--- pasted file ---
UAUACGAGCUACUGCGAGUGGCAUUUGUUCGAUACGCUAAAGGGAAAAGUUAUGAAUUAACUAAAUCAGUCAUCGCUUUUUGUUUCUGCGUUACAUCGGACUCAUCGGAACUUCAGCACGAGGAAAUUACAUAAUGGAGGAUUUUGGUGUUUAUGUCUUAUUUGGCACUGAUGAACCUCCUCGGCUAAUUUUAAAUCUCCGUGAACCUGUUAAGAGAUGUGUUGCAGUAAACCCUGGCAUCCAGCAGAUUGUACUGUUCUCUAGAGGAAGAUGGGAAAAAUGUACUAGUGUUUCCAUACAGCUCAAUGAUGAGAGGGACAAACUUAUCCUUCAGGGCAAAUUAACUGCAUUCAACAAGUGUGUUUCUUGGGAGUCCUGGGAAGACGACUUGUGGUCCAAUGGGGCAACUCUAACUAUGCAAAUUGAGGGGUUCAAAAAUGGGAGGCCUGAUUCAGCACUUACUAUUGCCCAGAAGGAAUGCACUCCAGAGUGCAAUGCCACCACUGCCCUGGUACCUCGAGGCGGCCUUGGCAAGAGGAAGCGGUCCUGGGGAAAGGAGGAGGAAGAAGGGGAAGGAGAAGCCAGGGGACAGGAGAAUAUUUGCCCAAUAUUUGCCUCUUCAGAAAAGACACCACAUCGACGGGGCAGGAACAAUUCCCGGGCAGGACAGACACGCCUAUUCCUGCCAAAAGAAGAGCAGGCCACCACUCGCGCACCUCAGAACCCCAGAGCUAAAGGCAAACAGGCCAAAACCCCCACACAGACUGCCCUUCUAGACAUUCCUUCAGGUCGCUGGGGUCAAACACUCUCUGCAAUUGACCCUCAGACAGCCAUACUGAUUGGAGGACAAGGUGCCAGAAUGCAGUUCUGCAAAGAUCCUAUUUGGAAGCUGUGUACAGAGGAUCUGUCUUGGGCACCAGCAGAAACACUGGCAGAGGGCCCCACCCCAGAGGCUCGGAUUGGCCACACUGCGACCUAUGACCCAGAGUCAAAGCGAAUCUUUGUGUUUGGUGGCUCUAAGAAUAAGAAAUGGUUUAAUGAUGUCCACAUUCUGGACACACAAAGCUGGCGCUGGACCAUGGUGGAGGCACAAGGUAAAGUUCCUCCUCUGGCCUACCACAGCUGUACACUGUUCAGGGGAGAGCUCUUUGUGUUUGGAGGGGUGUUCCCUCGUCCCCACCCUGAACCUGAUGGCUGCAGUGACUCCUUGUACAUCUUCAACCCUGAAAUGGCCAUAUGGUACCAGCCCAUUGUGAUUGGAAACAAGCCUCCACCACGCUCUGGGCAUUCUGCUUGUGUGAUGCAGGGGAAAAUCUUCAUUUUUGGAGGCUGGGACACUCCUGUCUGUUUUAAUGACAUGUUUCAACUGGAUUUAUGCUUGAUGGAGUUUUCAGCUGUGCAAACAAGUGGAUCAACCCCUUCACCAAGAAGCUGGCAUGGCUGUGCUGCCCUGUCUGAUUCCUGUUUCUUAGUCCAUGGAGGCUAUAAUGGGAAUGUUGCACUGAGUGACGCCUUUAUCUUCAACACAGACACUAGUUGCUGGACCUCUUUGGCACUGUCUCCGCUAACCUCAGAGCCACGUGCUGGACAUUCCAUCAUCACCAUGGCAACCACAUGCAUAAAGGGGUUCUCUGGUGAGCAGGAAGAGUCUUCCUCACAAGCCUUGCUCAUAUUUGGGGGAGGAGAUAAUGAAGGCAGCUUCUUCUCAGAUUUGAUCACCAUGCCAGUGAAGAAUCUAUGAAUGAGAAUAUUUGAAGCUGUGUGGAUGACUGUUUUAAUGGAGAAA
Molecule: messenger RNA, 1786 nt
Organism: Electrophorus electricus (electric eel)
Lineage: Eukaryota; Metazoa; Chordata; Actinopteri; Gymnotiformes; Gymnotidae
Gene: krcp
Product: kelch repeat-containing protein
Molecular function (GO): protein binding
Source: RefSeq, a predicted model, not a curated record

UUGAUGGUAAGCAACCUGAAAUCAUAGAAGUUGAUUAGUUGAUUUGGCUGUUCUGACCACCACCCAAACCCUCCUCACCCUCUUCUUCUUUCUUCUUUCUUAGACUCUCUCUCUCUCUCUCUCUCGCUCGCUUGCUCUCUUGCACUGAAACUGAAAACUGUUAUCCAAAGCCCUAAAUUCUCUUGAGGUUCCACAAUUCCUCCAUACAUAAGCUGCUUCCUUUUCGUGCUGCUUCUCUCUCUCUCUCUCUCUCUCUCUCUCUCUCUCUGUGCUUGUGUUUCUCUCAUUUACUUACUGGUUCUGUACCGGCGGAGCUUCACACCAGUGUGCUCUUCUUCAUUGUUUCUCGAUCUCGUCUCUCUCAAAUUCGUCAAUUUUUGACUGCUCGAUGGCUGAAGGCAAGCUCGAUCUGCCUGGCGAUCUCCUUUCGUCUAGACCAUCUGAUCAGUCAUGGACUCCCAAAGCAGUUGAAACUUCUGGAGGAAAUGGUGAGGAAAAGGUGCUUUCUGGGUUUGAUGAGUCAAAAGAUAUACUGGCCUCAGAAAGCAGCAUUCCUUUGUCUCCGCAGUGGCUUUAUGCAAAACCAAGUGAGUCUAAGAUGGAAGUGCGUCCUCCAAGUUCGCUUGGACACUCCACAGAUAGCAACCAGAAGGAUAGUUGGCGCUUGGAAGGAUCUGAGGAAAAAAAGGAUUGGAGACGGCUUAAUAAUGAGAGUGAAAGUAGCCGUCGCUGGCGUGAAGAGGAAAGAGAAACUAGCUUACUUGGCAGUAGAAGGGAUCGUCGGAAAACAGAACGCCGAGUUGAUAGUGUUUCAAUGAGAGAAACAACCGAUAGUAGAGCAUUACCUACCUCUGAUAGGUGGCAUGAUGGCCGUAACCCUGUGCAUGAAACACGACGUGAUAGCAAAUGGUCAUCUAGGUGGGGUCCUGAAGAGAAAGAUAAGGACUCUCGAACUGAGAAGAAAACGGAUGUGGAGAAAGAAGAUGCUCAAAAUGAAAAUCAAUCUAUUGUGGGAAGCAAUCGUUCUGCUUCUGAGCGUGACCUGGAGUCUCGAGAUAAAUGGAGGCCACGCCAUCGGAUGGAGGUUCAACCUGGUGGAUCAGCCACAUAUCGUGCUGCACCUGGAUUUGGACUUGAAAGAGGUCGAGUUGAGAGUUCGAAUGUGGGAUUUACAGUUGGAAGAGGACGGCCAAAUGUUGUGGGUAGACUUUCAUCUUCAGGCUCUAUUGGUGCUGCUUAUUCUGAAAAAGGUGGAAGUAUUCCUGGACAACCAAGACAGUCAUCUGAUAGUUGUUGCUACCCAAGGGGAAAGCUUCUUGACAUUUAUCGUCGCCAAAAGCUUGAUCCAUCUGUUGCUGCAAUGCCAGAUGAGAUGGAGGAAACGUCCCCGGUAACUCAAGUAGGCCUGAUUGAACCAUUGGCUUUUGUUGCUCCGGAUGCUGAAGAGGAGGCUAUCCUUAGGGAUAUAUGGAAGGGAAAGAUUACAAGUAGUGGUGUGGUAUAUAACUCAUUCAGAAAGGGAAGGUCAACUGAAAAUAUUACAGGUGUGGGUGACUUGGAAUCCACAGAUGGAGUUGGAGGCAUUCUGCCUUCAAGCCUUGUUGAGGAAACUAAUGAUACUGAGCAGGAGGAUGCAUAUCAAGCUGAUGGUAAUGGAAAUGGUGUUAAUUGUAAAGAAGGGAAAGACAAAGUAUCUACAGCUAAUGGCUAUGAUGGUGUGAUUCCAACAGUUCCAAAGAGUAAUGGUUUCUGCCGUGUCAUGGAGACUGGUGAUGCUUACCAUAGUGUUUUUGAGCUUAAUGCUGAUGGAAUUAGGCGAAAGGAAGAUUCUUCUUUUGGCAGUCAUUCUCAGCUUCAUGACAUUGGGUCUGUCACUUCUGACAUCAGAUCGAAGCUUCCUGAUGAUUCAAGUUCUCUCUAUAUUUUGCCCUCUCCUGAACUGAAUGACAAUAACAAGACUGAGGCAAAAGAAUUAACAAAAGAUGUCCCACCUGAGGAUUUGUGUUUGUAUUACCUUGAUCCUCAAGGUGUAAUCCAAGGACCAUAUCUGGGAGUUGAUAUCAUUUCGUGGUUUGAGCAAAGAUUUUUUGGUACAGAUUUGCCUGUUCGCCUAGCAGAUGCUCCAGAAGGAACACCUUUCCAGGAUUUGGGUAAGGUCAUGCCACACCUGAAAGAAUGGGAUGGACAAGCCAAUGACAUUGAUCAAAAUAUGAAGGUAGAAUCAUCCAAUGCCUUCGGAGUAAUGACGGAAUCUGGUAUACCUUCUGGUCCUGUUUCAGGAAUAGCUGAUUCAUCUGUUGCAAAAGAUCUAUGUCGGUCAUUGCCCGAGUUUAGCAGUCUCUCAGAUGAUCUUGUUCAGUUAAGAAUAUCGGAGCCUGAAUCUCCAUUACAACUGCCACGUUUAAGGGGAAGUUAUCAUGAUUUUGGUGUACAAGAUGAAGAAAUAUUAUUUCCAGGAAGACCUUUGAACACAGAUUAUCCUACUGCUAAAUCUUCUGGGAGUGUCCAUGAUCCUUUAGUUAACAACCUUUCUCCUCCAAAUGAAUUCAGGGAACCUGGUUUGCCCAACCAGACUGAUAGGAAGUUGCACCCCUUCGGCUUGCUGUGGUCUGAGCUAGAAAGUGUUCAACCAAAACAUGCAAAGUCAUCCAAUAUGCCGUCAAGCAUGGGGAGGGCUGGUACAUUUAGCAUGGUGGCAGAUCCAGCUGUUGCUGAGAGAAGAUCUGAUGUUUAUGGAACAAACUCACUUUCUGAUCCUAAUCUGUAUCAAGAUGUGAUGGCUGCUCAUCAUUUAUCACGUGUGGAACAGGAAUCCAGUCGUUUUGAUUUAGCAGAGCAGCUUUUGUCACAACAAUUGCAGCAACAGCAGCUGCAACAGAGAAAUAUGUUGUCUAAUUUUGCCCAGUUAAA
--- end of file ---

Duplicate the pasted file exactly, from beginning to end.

UAUACGAGCUACUGCGAGUGGCAUUUGUUCGAUACGCUAAAGGGAAAAGUUAUGAAUUAACUAAAUCAGUCAUCGCUUUUUGUUUCUGCGUUACAUCGGACUCAUCGGAACUUCAGCACGAGGAAAUUACAUAAUGGAGGAUUUUGGUGUUUAUGUCUUAUUUGGCACUGAUGAACCUCCUCGGCUAAUUUUAAAUCUCCGUGAACCUGUUAAGAGAUGUGUUGCAGUAAACCCUGGCAUCCAGCAGAUUGUACUGUUCUCUAGAGGAAGAUGGGAAAAAUGUACUAGUGUUUCCAUACAGCUCAAUGAUGAGAGGGACAAACUUAUCCUUCAGGGCAAAUUAACUGCAUUCAACAAGUGUGUUUCUUGGGAGUCCUGGGAAGACGACUUGUGGUCCAAUGGGGCAACUCUAACUAUGCAAAUUGAGGGGUUCAAAAAUGGGAGGCCUGAUUCAGCACUUACUAUUGCCCAGAAGGAAUGCACUCCAGAGUGCAAUGCCACCACUGCCCUGGUACCUCGAGGCGGCCUUGGCAAGAGGAAGCGGUCCUGGGGAAAGGAGGAGGAAGAAGGGGAAGGAGAAGCCAGGGGACAGGAGAAUAUUUGCCCAAUAUUUGCCUCUUCAGAAAAGACACCACAUCGACGGGGCAGGAACAAUUCCCGGGCAGGACAGACACGCCUAUUCCUGCCAAAAGAAGAGCAGGCCACCACUCGCGCACCUCAGAACCCCAGAGCUAAAGGCAAACAGGCCAAAACCCCCACACAGACUGCCCUUCUAGACAUUCCUUCAGGUCGCUGGGGUCAAACACUCUCUGCAAUUGACCCUCAGACAGCCAUACUGAUUGGAGGACAAGGUGCCAGAAUGCAGUUCUGCAAAGAUCCUAUUUGGAAGCUGUGUACAGAGGAUCUGUCUUGGGCACCAGCAGAAACACUGGCAGAGGGCCCCACCCCAGAGGCUCGGAUUGGCCACACUGCGACCUAUGACCCAGAGUCAAAGCGAAUCUUUGUGUUUGGUGGCUCUAAGAAUAAGAAAUGGUUUAAUGAUGUCCACAUUCUGGACACACAAAGCUGGCGCUGGACCAUGGUGGAGGCACAAGGUAAAGUUCCUCCUCUGGCCUACCACAGCUGUACACUGUUCAGGGGAGAGCUCUUUGUGUUUGGAGGGGUGUUCCCUCGUCCCCACCCUGAACCUGAUGGCUGCAGUGACUCCUUGUACAUCUUCAACCCUGAAAUGGCCAUAUGGUACCAGCCCAUUGUGAUUGGAAACAAGCCUCCACCACGCUCUGGGCAUUCUGCUUGUGUGAUGCAGGGGAAAAUCUUCAUUUUUGGAGGCUGGGACACUCCUGUCUGUUUUAAUGACAUGUUUCAACUGGAUUUAUGCUUGAUGGAGUUUUCAGCUGUGCAAACAAGUGGAUCAACCCCUUCACCAAGAAGCUGGCAUGGCUGUGCUGCCCUGUCUGAUUCCUGUUUCUUAGUCCAUGGAGGCUAUAAUGGGAAUGUUGCACUGAGUGACGCCUUUAUCUUCAACACAGACACUAGUUGCUGGACCUCUUUGGCACUGUCUCCGCUAACCUCAGAGCCACGUGCUGGACAUUCCAUCAUCACCAUGGCAACCACAUGCAUAAAGGGGUUCUCUGGUGAGCAGGAAGAGUCUUCCUCACAAGCCUUGCUCAUAUUUGGGGGAGGAGAUAAUGAAGGCAGCUUCUUCUCAGAUUUGAUCACCAUGCCAGUGAAGAAUCUAUGAAUGAGAAUAUUUGAAGCUGUGUGGAUGACUGUUUUAAUGGAGAAA
Molecule: messenger RNA, 1786 nt
Organism: Electrophorus electricus (electric eel)
Lineage: Eukaryota; Metazoa; Chordata; Actinopteri; Gymnotiformes; Gymnotidae
Gene: krcp
Product: kelch repeat-containing protein
Molecular function (GO): protein binding
Source: RefSeq, a predicted model, not a curated record

UUGAUGGUAAGCAACCUGAAAUCAUAGAAGUUGAUUAGUUGAUUUGGCUGUUCUGACCACCACCCAAACCCUCCUCACCCUCUUCUUCUUUCUUCUUUCUUAGACUCUCUCUCUCUCUCUCUCUCGCUCGCUUGCUCUCUUGCACUGAAACUGAAAACUGUUAUCCAAAGCCCUAAAUUCUCUUGAGGUUCCACAAUUCCUCCAUACAUAAGCUGCUUCCUUUUCGUGCUGCUUCUCUCUCUCUCUCUCUCUCUCUCUCUCUCUCUCUGUGCUUGUGUUUCUCUCAUUUACUUACUGGUUCUGUACCGGCGGAGCUUCACACCAGUGUGCUCUUCUUCAUUGUUUCUCGAUCUCGUCUCUCUCAAAUUCGUCAAUUUUUGACUGCUCGAUGGCUGAAGGCAAGCUCGAUCUGCCUGGCGAUCUCCUUUCGUCUAGACCAUCUGAUCAGUCAUGGACUCCCAAAGCAGUUGAAACUUCUGGAGGAAAUGGUGAGGAAAAGGUGCUUUCUGGGUUUGAUGAGUCAAAAGAUAUACUGGCCUCAGAAAGCAGCAUUCCUUUGUCUCCGCAGUGGCUUUAUGCAAAACCAAGUGAGUCUAAGAUGGAAGUGCGUCCUCCAAGUUCGCUUGGACACUCCACAGAUAGCAACCAGAAGGAUAGUUGGCGCUUGGAAGGAUCUGAGGAAAAAAAGGAUUGGAGACGGCUUAAUAAUGAGAGUGAAAGUAGCCGUCGCUGGCGUGAAGAGGAAAGAGAAACUAGCUUACUUGGCAGUAGAAGGGAUCGUCGGAAAACAGAACGCCGAGUUGAUAGUGUUUCAAUGAGAGAAACAACCGAUAGUAGAGCAUUACCUACCUCUGAUAGGUGGCAUGAUGGCCGUAACCCUGUGCAUGAAACACGACGUGAUAGCAAAUGGUCAUCUAGGUGGGGUCCUGAAGAGAAAGAUAAGGACUCUCGAACUGAGAAGAAAACGGAUGUGGAGAAAGAAGAUGCUCAAAAUGAAAAUCAAUCUAUUGUGGGAAGCAAUCGUUCUGCUUCUGAGCGUGACCUGGAGUCUCGAGAUAAAUGGAGGCCACGCCAUCGGAUGGAGGUUCAACCUGGUGGAUCAGCCACAUAUCGUGCUGCACCUGGAUUUGGACUUGAAAGAGGUCGAGUUGAGAGUUCGAAUGUGGGAUUUACAGUUGGAAGAGGACGGCCAAAUGUUGUGGGUAGACUUUCAUCUUCAGGCUCUAUUGGUGCUGCUUAUUCUGAAAAAGGUGGAAGUAUUCCUGGACAACCAAGACAGUCAUCUGAUAGUUGUUGCUACCCAAGGGGAAAGCUUCUUGACAUUUAUCGUCGCCAAAAGCUUGAUCCAUCUGUUGCUGCAAUGCCAGAUGAGAUGGAGGAAACGUCCCCGGUAACUCAAGUAGGCCUGAUUGAACCAUUGGCUUUUGUUGCUCCGGAUGCUGAAGAGGAGGCUAUCCUUAGGGAUAUAUGGAAGGGAAAGAUUACAAGUAGUGGUGUGGUAUAUAACUCAUUCAGAAAGGGAAGGUCAACUGAAAAUAUUACAGGUGUGGGUGACUUGGAAUCCACAGAUGGAGUUGGAGGCAUUCUGCCUUCAAGCCUUGUUGAGGAAACUAAUGAUACUGAGCAGGAGGAUGCAUAUCAAGCUGAUGGUAAUGGAAAUGGUGUUAAUUGUAAAGAAGGGAAAGACAAAGUAUCUACAGCUAAUGGCUAUGAUGGUGUGAUUCCAACAGUUCCAAAGAGUAAUGGUUUCUGCCGUGUCAUGGAGACUGGUGAUGCUUACCAUAGUGUUUUUGAGCUUAAUGCUGAUGGAAUUAGGCGAAAGGAAGAUUCUUCUUUUGGCAGUCAUUCUCAGCUUCAUGACAUUGGGUCUGUCACUUCUGACAUCAGAUCGAAGCUUCCUGAUGAUUCAAGUUCUCUCUAUAUUUUGCCCUCUCCUGAACUGAAUGACAAUAACAAGACUGAGGCAAAAGAAUUAACAAAAGAUGUCCCACCUGAGGAUUUGUGUUUGUAUUACCUUGAUCCUCAAGGUGUAAUCCAAGGACCAUAUCUGGGAGUUGAUAUCAUUUCGUGGUUUGAGCAAAGAUUUUUUGGUACAGAUUUGCCUGUUCGCCUAGCAGAUGCUCCAGAAGGAACACCUUUCCAGGAUUUGGGUAAGGUCAUGCCACACCUGAAAGAAUGGGAUGGACAAGCCAAUGACAUUGAUCAAAAUAUGAAGGUAGAAUCAUCCAAUGCCUUCGGAGUAAUGACGGAAUCUGGUAUACCUUCUGGUCCUGUUUCAGGAAUAGCUGAUUCAUCUGUUGCAAAAGAUCUAUGUCGGUCAUUGCCCGAGUUUAGCAGUCUCUCAGAUGAUCUUGUUCAGUUAAGAAUAUCGGAGCCUGAAUCUCCAUUACAACUGCCACGUUUAAGGGGAAGUUAUCAUGAUUUUGGUGUACAAGAUGAAGAAAUAUUAUUUCCAGGAAGACCUUUGAACACAGAUUAUCCUACUGCUAAAUCUUCUGGGAGUGUCCAUGAUCCUUUAGUUAACAACCUUUCUCCUCCAAAUGAAUUCAGGGAACCUGGUUUGCCCAACCAGACUGAUAGGAAGUUGCACCCCUUCGGCUUGCUGUGGUCUGAGCUAGAAAGUGUUCAACCAAAACAUGCAAAGUCAUCCAAUAUGCCGUCAAGCAUGGGGAGGGCUGGUACAUUUAGCAUGGUGGCAGAUCCAGCUGUUGCUGAGAGAAGAUCUGAUGUUUAUGGAACAAACUCACUUUCUGAUCCUAAUCUGUAUCAAGAUGUGAUGGCUGCUCAUCAUUUAUCACGUGUGGAACAGGAAUCCAGUCGUUUUGAUUUAGCAGAGCAGCUUUUGUCACAACAAUUGCAGCAACAGCAGCUGCAACAGAGAAAUAUGUUGUCUAAUUUUGCCCAGUUAAA